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Access to the sea alone gave opportunity for commerce. The means of transportation afforded by the sea were open to all on easy terms and any general commercial monopoly was impossible. Early in the vast industrial development of modern times the advantages of some association of effort and capital became obvious. To secure these, combination was inevitable. This at first took the form of co-partnership. Two individuals by combination of effort and capital could of course do at less expense and with greater economy of plant and effort what they could do separately. They could also by such association limit or suppress local competition. For example, two competing bakers, having each a shop, an oven, a journeyman and an apprentice, by combination could save rent and fuel, reduce waste and perhaps dispense with all assistance. If the only bakers in the village, their co-partnership established a monopoly. Yet this did not constitute an offense at common law. They might, in conibination as copartners, even temporarily reduce prices to prevent or stifle competition.

Under these conditions co-partnership in time shared with individuals almost the entire field of industry and trade. Though as a rule in control of the larger enterprises, the copartnership did not drive to the wall the individual manufacturer and merchant. Individuals and combinations of other individuals by way of co-partnership engaged as competitors on terms not seriously unequal in similar branches of industry and trade.

The next step in the march of combination was the employment of the corporation as an instrument of industry and trade. The co-partnership had appeared to supplement individual effort and capital and thus make possible larger enterprises. The corporation followed to supplement both and thus provide for still larger and more stable undertakings. Between the first and second of these there is no sharp distinction. Between them and the industrial or trading corporation there is a definite line.


Individuals, whether acting alone or as co-partners, appear in the world of industry and trade as natural persons. Each stakes all that he is and has and all that he hopes to be and acquire. His business may employ only a fraction of his capital and but little of his personal effort, yet he embarks his all in the enterprise. The individual, his good name, his possessions, his prospective acquirements, stand sponsor for every action. These hostages to good conduct "are impediments to great enterprises." Few men will risk so much beyond the power of their personal ability of control. Then, too, the co-partnership depends on the continuance of a good understanding among its members. Its dissolution by the act or death of any member is always imminent. Individual en terprise and co-partnership combination in industry and trade have thus distinct and general limitations. They are affected by the mutability of human life and bounded by personal limitations.

The corporation is subject to no such restrictions. It is impersonal in character. It is without relations beyond the enterprise for which it is organized. It risks nothing but the capital which it employs. It may grow to any dimensions. Its field may be the world. If not immortal, its mortality is not to it an ever-present menace. No cloud projects a shadow beyond its insolvency. Failure brings to it nothing but death and oblivion. Those who own and breathe into it the breath of life stake nothing but the purchase price of their holdings of its stock. Protected and shielded by it from personal responsibility, and even from the public gaze, they quietly de. cermine its every act and absorb the profits that result. If disaster comes, they beat a well-ordered retreat, leaving the wreckage to the creditors. Such are the characteristics of the impersonal Colossus of unlimited powers and limited liabilities, that now threatens the very foundations of public or der.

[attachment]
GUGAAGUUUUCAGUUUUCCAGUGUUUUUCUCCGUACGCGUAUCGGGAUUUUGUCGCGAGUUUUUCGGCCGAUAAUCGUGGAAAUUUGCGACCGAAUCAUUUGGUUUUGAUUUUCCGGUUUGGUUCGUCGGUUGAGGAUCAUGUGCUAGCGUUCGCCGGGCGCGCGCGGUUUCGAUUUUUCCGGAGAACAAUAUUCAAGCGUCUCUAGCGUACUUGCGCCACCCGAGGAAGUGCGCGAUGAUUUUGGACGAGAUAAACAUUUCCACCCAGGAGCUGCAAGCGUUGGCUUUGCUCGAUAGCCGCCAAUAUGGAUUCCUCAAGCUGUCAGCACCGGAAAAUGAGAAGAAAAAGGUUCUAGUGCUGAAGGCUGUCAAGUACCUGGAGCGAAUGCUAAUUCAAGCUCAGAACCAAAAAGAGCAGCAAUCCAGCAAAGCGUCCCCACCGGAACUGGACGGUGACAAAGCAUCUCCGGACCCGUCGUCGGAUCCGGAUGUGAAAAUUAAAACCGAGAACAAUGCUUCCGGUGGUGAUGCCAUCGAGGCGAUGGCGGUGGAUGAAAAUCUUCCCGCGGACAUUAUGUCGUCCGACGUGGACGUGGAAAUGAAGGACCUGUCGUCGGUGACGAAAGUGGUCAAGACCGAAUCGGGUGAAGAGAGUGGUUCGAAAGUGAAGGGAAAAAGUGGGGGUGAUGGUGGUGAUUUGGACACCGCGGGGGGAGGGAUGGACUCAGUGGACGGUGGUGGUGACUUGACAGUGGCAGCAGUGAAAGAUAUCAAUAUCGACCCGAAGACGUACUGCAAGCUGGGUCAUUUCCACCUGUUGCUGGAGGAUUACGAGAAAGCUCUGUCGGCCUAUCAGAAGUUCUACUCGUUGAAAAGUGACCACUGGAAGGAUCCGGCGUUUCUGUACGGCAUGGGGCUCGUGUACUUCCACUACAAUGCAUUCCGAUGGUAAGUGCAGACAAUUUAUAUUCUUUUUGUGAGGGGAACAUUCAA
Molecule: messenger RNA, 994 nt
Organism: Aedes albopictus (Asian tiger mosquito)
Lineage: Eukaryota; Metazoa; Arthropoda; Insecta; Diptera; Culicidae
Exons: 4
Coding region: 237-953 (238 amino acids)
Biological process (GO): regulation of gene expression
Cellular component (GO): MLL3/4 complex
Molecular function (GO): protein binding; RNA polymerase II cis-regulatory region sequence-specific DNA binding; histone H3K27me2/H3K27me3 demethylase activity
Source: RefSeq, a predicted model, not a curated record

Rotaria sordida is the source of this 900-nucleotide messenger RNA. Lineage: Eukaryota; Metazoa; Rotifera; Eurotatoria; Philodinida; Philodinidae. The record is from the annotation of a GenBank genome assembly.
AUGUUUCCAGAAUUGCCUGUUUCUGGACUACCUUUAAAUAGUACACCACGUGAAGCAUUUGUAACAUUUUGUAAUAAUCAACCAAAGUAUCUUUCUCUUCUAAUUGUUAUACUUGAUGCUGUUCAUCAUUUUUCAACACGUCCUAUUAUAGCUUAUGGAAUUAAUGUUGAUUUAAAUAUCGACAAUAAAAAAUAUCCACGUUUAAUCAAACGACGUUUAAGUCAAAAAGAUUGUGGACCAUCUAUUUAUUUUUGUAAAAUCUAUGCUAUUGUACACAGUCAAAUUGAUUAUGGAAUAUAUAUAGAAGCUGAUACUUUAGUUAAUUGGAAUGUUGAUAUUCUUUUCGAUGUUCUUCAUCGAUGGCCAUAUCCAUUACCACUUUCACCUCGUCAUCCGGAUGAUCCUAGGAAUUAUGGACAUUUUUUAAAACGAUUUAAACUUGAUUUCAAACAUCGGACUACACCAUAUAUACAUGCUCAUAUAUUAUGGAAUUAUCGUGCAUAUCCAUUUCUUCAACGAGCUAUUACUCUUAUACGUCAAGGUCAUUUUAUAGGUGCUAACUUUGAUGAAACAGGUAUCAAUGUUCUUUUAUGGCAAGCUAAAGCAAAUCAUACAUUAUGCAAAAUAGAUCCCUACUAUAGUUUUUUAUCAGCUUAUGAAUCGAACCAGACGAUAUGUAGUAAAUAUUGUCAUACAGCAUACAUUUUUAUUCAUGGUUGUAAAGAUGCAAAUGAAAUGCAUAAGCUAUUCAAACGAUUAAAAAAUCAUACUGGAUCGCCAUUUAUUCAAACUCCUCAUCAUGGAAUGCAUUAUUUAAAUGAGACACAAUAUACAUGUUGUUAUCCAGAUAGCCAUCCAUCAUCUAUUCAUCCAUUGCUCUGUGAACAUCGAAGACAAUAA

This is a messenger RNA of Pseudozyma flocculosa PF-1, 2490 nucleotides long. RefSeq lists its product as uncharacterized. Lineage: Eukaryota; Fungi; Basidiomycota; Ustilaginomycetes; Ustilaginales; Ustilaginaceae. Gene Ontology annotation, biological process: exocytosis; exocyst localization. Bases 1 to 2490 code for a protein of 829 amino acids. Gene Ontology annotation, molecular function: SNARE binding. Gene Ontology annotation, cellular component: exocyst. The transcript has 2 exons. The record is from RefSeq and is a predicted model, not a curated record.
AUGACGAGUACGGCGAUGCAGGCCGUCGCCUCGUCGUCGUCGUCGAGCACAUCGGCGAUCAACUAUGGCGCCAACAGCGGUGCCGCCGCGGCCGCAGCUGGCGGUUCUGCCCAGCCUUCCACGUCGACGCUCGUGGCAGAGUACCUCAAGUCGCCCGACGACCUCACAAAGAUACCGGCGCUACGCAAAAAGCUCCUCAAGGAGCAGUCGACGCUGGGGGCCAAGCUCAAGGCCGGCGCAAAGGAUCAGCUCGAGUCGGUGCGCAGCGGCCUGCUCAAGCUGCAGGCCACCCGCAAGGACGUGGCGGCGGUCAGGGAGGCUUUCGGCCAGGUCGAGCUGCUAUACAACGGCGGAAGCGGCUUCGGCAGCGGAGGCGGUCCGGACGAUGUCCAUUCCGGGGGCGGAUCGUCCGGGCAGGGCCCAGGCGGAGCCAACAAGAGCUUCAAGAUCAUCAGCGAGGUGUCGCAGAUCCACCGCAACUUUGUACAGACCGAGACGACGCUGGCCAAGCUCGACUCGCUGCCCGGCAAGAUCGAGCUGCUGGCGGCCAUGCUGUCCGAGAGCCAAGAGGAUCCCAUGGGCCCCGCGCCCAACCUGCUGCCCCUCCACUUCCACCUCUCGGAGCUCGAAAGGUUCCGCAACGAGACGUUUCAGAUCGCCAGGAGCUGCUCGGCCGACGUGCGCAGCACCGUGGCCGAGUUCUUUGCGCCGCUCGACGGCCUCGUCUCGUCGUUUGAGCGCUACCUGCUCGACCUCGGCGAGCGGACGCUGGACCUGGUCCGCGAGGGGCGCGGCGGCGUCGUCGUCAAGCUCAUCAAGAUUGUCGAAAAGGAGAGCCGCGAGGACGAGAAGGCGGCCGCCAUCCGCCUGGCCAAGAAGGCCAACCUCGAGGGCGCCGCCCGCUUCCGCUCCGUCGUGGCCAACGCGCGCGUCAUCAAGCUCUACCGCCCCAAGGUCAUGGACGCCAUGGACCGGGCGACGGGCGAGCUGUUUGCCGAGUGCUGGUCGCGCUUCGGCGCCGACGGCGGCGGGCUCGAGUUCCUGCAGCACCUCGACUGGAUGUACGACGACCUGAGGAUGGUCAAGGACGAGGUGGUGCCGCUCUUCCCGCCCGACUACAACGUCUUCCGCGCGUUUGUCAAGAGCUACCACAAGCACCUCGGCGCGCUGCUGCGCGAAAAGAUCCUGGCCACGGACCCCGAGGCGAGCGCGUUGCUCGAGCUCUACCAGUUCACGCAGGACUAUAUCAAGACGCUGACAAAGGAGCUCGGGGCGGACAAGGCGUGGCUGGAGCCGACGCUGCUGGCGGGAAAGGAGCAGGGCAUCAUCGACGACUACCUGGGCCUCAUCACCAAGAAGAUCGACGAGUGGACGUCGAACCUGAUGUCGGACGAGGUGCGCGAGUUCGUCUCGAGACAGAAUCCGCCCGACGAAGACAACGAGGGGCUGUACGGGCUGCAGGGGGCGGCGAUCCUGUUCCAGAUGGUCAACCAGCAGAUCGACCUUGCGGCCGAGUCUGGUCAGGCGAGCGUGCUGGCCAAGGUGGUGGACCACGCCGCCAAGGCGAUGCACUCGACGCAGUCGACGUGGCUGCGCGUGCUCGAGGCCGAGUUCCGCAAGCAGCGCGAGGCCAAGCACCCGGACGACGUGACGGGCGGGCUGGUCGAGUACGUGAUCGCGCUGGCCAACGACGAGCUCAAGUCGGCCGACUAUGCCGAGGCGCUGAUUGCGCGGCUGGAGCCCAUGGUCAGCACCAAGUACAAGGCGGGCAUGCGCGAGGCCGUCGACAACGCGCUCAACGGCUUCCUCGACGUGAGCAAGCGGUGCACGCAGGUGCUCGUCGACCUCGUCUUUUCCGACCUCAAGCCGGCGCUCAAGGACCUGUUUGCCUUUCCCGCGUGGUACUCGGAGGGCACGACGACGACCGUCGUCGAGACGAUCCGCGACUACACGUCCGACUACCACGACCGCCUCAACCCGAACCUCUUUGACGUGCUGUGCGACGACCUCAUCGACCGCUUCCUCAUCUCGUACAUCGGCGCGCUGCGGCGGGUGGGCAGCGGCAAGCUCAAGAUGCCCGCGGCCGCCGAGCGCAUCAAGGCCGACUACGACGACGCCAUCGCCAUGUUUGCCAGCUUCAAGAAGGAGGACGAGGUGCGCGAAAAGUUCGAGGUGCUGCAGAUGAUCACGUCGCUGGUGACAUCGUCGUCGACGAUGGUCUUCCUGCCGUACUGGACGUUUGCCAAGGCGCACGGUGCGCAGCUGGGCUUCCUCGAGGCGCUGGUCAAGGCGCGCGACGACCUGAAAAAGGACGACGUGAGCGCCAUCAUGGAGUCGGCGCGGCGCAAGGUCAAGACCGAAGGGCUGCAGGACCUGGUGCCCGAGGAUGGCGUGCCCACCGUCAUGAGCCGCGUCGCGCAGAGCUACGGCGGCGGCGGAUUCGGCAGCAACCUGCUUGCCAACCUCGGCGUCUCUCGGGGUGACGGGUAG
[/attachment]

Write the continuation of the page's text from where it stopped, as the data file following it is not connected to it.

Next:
The private corporation, it should always be remembered, is wholly a creature of law. As the public welfare is the first and last concern of law, it should provide for and protect private corporations only to the extent that such artificial combinations of private citizens subserve the public good. Their only justification must be found in the public need for the combination of the efforts and capital of many individuals to carry forward enterprises of public utility which are beyond the ability of natural persons whether acting alone or in partnership to undertake. The rigid observance of this limitation would have made impossible many of the grave corporate abuses from which society now suffers. It would have confined the sphere of private corporations to public or quasi. public enterprises of great magnitude, such as the telegraph, transportation, lighting, banking and possibly mining and a few other great industries. In lieu of this reasonable employ. ment of the private corporation in the field lying beyond ordinary private enterprises, we bave permitted and even encouraged it to invade all occupations there to enter upon unequal terms into a war of extermination against individuals. In almost every State any one, aided by a few dummies who can merely sign their names, may incorporate for any pur. pose which, as he chooses to state it, is not illegal. Indeed, in many States, no unpleasant questions are asked as to the purpose. The issue of charters of incorporation to all comers, usually for nominal fees, has become merely a clerical function. The desire of any adventurer to escape personal liability for his acts, of any number of persons engaged in any business whatever to combine and place at disadvantage their competitors, now controls the issue of charters of incorporation. Thus the public need, the only true test of corporate combination, has everywhere given way to private greed. Here lies the root of the noxious growth, which we know as the monopoly corporation. If corporate combination was strictly limited to public requirements for the conduct of enterprises